Assuming that any convenient parametrizable sort of correlation suffices, here is a workable model whose details you can flesh out.
A straightforward way to generate correlated standard-normally distributed variables is via a Cholesky decomposition. Various instructions can be found for this online or in CrossValidated. See, for example,
How to use the Cholesky decomposition, or an alternative, for correlated data simulation
Subsequently, these random standard-normal variables could be converted into your Brownian motion and beta-distribution variables. Distance travelled in Brownian motion typically follows a normal distribution with a specific variance, so would just require rescaling one of the standard normal variables (or N, for N-dimensional motion). To convert one standard normally distributed variable to one following a beta distribution, use their CDFs -- i.e., if the standard normal variable is at percentile p, find the corresponding percentile p value for the Beta distribution in question. In R, for example, a standard normal quantity x would be transformed via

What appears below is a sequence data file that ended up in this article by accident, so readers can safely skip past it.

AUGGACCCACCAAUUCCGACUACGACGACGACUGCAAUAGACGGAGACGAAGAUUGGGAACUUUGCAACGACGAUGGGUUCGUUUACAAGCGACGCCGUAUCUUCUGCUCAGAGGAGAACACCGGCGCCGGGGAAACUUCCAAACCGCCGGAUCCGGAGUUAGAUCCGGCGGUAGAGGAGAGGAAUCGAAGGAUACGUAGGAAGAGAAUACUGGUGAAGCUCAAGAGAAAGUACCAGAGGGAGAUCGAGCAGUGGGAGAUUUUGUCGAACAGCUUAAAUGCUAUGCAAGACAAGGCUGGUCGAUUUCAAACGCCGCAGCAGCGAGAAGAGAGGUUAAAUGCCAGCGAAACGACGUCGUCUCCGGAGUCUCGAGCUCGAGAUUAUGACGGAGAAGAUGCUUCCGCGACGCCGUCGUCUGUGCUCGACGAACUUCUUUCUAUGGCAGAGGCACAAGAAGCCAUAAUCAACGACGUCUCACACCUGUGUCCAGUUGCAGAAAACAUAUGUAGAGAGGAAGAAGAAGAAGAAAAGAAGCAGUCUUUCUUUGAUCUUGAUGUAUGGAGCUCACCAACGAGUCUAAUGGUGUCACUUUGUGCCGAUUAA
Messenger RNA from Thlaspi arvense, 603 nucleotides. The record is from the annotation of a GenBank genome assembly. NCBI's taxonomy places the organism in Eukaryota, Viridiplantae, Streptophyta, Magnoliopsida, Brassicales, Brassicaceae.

This method of parametrizing correlation would not achieve a desired Pearson correlation coefficient, but would (I believe) result in a Spearman correlation equal to the correlation coefficient used in the first (Cholesky decomposition) step.